Listening to a song that I’ve heard many times over, Deleuze and Guattari popped in my head. I questioned the song in a different way, a song I usually heard speaking about continuity and change invoking parallels between racialized slave/indentured/“freed labour” chain gangs working on railroads and hip-hop MC’s rhyming over alienating machinic tracks caught in urban city slums. In the excerpt below, are the words that triggered it:
as if the heart beat wasn’t enough
they got us using drum machines now
the drums of the machines
tryin to make our drums humdrums
tryin to make our magic
instruments be political prisoners up inside computers
as if the heart were not enough
as if the heart were not enough
and as heart beats bring percussions
fallen trees bring repurcussions
cities play upon our souls like broken drums
redrum the essence of creation from city slums
but city slums mute our drums and our drums become humdrums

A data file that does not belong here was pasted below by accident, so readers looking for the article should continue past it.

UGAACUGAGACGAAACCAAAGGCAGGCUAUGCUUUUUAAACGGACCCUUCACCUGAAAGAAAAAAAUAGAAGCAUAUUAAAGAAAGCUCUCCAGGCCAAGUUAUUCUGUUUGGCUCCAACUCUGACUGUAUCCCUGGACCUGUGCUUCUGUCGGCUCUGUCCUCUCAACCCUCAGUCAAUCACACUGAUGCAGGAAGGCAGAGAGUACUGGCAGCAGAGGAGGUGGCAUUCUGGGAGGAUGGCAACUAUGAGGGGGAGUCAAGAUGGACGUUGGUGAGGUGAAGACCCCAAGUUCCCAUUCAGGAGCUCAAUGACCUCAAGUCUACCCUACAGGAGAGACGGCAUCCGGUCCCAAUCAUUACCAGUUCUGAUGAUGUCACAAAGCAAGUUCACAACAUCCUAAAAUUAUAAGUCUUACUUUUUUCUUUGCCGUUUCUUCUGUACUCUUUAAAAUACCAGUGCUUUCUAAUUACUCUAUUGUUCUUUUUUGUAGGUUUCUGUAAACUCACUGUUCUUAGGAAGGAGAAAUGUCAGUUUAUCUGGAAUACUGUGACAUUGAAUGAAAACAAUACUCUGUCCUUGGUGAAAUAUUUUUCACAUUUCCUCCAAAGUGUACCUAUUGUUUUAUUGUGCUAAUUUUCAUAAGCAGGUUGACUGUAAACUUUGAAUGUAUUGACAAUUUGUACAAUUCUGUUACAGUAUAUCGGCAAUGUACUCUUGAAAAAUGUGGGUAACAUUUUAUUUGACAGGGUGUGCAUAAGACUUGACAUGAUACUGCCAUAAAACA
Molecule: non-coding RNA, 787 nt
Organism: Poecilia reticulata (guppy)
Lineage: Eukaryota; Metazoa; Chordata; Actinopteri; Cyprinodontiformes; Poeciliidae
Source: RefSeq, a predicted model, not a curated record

cuz city slums have never been where our drums are from
just the place where our daughters and sons become
slaves to city streets
and hearts get broken and heartbeats stop
broken heartbeats become breakbeats for niggas to rhyme on top, but..
i won’t rhyme on top no tracks
niggas on a chain gang used to do that (ah-Huh) way back
Saul Williams, Twice the First Time
All this talk of machines as everything, no distinction as such between man/machines/nature, forced me to break down Saul Williams’ slicing of drumbeats/heartbeats into city slums and “where our drums come from”. How do Deleuze and Guattari concepts capture the experience of the split Williams raps about? The city and village are now absorbed into the capitalistic machine. Their position within it is contingent upon how it fits into the larger machine and the various breaks-flows running through them (deterritorializing and reterritorializing) to extract surplus-value from it and the machines that occupy it.